How much do you love your customers?


The Design Thinking drum beats constantly around here and the drip, drip, drip effect of repeating the message works. A consumer-centric attitude to product design is the only sustainable way of constructing a business: you have to love your customers and it has to show. So, how much do you love your customers?

We’re starting a programme of Design Thinking articles that will replace room44’s regular Thursday blog posts. We’ll still blog at the start of every week, but to be able to read the useful tips and insights in our Design Thinking content, you’ll need to sign up here. We plan to cover a stage of the process every week and to show examples of consumer-centric Design Thinking to stimulate your own little grey cells.

Examples of obvious consumer centricity can be seen every day. In fact, just this week, the examples below have hit the news for a variety of reasons.


For so long now Apple has WOWed us with its works of wonder. The ultra-refined presentation, fabulous packaging and intuitive functionality means the brand is still the benchmark for consumer technology.

Questions do arise however. Is Apple still living off Steve Jobs’s brilliance? Is iOS as un-hackable as we think? Is the company so reliant on mobile devices that it will be looking into the void as devices become invisible?

Of course, there’s time for the company to reassure us. It has probably started. The question is, does Apple do its best to make us feel as if it loves us? Do we still love Apple? Yeah, of course we do.


Oops. From verb to bad news in how long?

As soon as analysts saw warning signals, maybe they should have acted like company executives did – by leaving.

A reportedly gung-ho attitude towards pricing, staff conditions, competitor IP, and various other alleged management issues, and we find ourselves looking at a lesson in how not to scale. An ex-employee blogging about the company culture in February led to calls for founder and CEO Travis Kalanick to step down, and the deed was done by June.

Maybe ‘to Über’ will be reinterpreted not to mean calling a car service. Maybe it’ll be shorthand for seeing the pitfalls and managing a scaling business appropriately. Or maybe ‘to Lyft’ will be the new verb for sticking to your guns, keeping just out of the spotlight, being smarter than the market leader and ready to step up when the time is right.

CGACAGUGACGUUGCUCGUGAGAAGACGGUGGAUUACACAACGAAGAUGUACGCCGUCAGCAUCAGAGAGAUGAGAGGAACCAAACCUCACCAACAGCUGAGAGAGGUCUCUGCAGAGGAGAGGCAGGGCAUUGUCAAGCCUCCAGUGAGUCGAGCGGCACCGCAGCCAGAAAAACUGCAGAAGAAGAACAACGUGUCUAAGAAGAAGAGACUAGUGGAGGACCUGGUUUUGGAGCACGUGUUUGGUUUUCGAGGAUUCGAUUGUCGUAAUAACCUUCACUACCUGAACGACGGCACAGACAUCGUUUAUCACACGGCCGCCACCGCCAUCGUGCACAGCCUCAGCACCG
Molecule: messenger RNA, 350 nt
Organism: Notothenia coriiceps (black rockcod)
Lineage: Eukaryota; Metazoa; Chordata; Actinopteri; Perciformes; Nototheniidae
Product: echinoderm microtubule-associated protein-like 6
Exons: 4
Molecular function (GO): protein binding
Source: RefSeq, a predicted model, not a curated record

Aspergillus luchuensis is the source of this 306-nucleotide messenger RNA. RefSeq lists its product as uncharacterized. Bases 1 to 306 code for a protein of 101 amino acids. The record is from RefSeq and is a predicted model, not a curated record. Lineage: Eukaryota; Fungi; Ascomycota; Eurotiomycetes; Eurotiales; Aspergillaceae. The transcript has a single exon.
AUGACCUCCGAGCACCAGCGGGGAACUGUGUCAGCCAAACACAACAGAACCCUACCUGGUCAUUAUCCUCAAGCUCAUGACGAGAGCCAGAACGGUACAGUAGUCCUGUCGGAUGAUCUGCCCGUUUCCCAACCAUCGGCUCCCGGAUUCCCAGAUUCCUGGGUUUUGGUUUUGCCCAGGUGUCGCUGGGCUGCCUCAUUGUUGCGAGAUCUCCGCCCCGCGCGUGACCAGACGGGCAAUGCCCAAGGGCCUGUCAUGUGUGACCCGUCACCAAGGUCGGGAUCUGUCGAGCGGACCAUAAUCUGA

Does Über demonstrate that it thinks about us enough, and do we still love Über? Maybe, just not as much.


It’s a mystery how airlines make so many mistakes and, apparently, fly on regardless. But what are the options?

British Airways has been pilloried in social media and the press for a steady decline in service. Staff unrest and strikes plague BA, and stories of peak travel time inefficiency don’t help its reputation. Low-cost carriers see consumer comments of a similar nature, but are unrepentant about charging extra for everything from taking luggage to choosing a seat.

United Airlines went one better when a passenger was dragged bodily off a plane and out of a seat he’d paid for and been allowed to occupy. Company management took an age to make the right noises, but a few weeks later we’ve forgotten about United, and Ryanair has re-established itself as the bad boy of the skies.

Maybe the adage that ‘there is no such thing as bad publicity’ really is true. Who loves airlines these days?


So the formula for success isn’t always an easy one to unpick. Necessity, like air travel, can have a lot to do with staying in business. But when it comes down to you or another brand in ever more crowded market spaces, you must make it obvious that you love your customer. It shows.


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